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Emmy noms reax: TV critics aren't too critical! Some are, egad, happy!

July 18, 2008 |  9:38 pm

While the TV critics bemoaned the lack of recognition for the final season of "The Wire," they were generally pleased with the overall Emmy Awards nominations. It will be interesting to see whether the Television Critics Assn. names "The Wire" as program of the year on Saturday night when they unveil their choices for the tops in TV programming. For now, on to our critics roundup.

Maureen Ryan of the Chicago Tribune says, "All things considered, this is a respectable list. Most in the big categories are worthy of recognition ('Boston Legal' aside), and viewers are not going to have to endure another year of 'Desperate Housewives' or 'Grey's Anatomy' domination . . . . The networks that have been gradually stealing HBO's thunder for the past few years—especially FX, Showtime, AMC and TNT—were the big Emmy winners, and rightly so; They've been offering a variety of intriguing programs while HBO stumbles in its post-'Sopranos' era."

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Says Matt Roush of TV Guide, "Let’s hail the Emmy voters for recognizing the creative rebirth of 'Lost' this season, which had fallen off the list since winning best drama for its first season. And what a pleasant shock to see the Emmys embrace (only a year late) the twisted brilliance of 'Dexter' in its second year for coming into its own with plotting that never stopped. Of the three cable dramas vying for the Emmy, 'Dexter' was a much bigger surprise for me than the success of 'Mad Men' and 'Damages,' which despite not airing on pay cable have the look and feel of first-class blue-chip entertainment." Matt theorizes that the snubs of "The Wire" and "Friday Night Lights" is due to the fact that, "Emmy voters must somehow think these shows are documentaries, not dramas. And because they take place on those strange, obscure planets of Texas and Baltimore, the Hollywood contingent simply can’t be bothered. God forbid they’d favor either of these shows over the cartoonish pandering of 'Boston Legal.' "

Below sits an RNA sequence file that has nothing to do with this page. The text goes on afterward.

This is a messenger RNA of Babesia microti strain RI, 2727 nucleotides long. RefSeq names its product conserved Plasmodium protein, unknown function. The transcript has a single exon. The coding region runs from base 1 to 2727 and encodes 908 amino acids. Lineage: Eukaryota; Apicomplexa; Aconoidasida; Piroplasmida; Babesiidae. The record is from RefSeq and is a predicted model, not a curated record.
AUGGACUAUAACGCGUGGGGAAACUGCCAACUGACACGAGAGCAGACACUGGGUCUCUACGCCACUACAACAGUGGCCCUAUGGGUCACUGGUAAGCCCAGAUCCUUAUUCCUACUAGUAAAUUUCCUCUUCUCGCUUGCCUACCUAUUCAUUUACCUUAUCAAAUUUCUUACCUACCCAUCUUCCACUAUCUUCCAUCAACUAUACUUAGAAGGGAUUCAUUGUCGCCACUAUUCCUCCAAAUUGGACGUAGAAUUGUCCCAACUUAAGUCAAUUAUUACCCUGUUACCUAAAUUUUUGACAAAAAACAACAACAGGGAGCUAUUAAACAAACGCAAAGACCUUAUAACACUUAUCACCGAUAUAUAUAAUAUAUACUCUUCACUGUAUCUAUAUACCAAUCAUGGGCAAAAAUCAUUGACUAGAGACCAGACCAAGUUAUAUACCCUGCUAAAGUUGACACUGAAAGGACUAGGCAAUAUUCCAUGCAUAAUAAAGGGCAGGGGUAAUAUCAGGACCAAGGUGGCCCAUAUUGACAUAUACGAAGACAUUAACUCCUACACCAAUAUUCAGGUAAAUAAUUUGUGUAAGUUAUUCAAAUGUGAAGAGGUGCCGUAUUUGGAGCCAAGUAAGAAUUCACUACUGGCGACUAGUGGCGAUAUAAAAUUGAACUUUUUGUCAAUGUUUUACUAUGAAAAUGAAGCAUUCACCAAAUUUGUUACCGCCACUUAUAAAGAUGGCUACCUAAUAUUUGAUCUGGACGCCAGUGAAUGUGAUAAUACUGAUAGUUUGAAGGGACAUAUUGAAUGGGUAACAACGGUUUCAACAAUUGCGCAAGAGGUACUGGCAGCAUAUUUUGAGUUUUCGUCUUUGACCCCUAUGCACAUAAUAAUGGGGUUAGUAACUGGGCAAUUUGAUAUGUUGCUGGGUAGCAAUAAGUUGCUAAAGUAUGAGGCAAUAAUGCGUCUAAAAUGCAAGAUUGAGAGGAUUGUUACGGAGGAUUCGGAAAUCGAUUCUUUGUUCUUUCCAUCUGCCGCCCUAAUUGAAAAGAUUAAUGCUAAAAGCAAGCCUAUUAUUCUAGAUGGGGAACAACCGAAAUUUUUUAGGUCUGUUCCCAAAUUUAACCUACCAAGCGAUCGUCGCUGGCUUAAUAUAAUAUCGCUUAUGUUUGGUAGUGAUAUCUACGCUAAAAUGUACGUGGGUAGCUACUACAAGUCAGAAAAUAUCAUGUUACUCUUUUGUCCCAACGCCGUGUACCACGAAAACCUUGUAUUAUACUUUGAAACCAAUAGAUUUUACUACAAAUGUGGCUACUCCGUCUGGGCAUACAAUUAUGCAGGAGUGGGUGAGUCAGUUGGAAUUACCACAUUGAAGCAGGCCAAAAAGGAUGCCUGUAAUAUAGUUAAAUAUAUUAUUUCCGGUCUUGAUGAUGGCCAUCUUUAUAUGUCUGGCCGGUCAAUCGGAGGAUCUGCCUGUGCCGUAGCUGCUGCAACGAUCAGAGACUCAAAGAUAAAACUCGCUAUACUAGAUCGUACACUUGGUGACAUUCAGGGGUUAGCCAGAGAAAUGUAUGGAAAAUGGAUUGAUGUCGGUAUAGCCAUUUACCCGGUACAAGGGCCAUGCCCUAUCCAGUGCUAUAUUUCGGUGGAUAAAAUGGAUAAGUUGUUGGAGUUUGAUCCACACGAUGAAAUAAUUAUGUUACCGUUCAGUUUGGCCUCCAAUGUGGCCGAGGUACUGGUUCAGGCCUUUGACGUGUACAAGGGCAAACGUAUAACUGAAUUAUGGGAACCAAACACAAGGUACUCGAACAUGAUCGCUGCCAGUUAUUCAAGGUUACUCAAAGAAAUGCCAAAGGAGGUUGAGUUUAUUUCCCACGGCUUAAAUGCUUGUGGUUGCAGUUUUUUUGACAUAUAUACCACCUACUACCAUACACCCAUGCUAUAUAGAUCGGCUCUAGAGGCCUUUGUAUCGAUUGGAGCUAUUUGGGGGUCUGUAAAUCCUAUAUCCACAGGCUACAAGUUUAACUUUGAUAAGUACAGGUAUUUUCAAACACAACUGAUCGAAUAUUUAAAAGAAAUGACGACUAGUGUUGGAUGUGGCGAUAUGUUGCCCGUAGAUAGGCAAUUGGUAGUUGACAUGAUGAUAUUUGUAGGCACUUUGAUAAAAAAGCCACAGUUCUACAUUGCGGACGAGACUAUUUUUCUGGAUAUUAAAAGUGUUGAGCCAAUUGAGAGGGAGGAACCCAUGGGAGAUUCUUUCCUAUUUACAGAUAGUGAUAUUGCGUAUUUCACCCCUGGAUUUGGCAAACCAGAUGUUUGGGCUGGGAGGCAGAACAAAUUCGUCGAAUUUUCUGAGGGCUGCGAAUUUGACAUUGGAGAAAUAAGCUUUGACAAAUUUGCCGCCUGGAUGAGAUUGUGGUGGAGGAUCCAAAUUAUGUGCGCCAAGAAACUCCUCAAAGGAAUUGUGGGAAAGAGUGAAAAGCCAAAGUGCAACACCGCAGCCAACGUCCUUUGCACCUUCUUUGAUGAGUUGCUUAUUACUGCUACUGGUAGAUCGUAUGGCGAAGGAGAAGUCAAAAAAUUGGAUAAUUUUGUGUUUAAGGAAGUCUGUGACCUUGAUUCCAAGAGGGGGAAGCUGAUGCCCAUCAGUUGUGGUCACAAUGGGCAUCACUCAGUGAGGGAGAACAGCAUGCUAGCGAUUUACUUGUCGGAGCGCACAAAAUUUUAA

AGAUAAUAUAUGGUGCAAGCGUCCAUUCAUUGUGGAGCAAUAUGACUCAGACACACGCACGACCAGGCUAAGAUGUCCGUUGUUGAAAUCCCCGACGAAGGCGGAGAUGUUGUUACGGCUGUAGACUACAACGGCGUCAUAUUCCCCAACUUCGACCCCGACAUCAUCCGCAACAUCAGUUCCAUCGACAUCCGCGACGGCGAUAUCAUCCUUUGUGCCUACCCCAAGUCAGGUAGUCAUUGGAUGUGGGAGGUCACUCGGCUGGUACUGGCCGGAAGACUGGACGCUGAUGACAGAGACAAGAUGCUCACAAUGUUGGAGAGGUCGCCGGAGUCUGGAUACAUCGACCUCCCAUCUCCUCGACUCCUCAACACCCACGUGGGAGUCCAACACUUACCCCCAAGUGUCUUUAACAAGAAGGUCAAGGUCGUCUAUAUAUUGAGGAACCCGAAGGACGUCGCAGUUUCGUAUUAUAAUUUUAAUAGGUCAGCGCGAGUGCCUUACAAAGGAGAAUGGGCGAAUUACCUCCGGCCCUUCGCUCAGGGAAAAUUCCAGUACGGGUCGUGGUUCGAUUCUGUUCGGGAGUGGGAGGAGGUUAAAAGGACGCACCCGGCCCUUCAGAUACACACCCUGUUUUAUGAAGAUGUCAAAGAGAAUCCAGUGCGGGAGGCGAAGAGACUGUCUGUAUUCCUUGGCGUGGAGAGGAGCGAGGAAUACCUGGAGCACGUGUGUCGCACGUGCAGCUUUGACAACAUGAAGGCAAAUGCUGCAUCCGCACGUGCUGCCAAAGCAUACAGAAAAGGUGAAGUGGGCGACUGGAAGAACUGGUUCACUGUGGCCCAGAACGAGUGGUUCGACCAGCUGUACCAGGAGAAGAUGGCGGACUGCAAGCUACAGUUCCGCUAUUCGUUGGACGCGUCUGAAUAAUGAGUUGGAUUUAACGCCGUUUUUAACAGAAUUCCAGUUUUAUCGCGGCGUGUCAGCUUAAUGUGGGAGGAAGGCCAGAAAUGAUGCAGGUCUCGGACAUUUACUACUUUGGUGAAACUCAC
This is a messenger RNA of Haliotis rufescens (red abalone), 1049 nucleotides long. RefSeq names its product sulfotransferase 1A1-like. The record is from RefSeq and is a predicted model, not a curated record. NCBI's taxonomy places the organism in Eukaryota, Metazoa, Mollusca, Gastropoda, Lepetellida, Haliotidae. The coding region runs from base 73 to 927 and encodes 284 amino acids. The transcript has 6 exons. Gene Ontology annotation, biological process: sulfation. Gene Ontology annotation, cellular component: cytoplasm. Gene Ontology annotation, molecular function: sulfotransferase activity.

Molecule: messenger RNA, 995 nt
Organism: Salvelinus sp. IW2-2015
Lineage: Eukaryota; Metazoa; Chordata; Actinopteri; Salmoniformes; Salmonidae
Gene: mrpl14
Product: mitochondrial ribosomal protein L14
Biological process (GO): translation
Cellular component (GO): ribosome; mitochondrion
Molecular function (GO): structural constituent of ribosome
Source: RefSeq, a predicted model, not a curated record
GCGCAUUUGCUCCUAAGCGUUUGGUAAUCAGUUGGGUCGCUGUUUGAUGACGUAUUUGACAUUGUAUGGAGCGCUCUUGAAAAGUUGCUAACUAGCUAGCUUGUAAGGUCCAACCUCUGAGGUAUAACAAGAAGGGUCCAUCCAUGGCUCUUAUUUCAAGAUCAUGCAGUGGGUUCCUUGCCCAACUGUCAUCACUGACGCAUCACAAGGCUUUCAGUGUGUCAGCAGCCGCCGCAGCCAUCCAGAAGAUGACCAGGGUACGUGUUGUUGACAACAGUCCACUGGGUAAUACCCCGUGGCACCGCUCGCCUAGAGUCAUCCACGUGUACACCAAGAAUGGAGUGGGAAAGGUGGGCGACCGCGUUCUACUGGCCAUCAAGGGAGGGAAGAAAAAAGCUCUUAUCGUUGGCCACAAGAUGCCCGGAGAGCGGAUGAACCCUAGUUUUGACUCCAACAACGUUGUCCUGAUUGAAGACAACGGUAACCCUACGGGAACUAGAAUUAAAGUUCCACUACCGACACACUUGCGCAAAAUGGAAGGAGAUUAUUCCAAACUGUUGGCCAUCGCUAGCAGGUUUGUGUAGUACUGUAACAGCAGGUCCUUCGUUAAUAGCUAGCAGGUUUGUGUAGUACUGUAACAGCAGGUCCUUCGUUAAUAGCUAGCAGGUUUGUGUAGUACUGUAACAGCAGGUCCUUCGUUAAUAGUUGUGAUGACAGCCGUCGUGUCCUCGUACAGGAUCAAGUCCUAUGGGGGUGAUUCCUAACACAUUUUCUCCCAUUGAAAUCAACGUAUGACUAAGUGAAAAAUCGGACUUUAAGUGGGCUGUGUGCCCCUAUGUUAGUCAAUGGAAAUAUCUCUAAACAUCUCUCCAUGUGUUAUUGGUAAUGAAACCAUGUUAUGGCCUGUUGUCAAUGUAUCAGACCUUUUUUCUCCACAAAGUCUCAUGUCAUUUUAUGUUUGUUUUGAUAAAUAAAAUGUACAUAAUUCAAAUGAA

For Robert Bianco of USA Today , "It would have been nice to see 'Pushing Daisies' get a comedy nod, but it's possible the show was hurt by its truncated season, and it did pick up nominations for Lee Pace and Kristen Chenoweth. Far less excusable are the snubs for 'The Big Bang Theory,' 'Ken Burns,' 'The War,' '30 Rock's' Jack McBrayer and 'A Raisin in the Sun's' Sean Combs."

David Zurawik of the Baltimore Sun thinks, "The Emmy category of best dramatic actor typifies the shift of quality shows to cable that was underscored by yesterday's nominations. ... All of the best miniseries nominees aired on cable except for 'Cranford,' an English drama that was on PBS. All of the nominated made-for-TV movies also aired on cable, except for ABC's 'A Raisin in the Sun.' The best actor and actress nominees in movies and miniseries are even more striking. All five men are from cable productions, as are four of the five female nominees."

And for Tim Goodman of the San Francisco Chronicle, "While it's easy to target the missteps made by Emmy voters, they deserve credit for more inclusion this year, particularly in the cable ranks. Though there are the nominations that seem rote — all things 'Boston Legal,' 'Two and a Half Men' — there's a dramatic reduction in the rubber-stamping of previous nominees that had been the worst trait of lazy Emmy voters."


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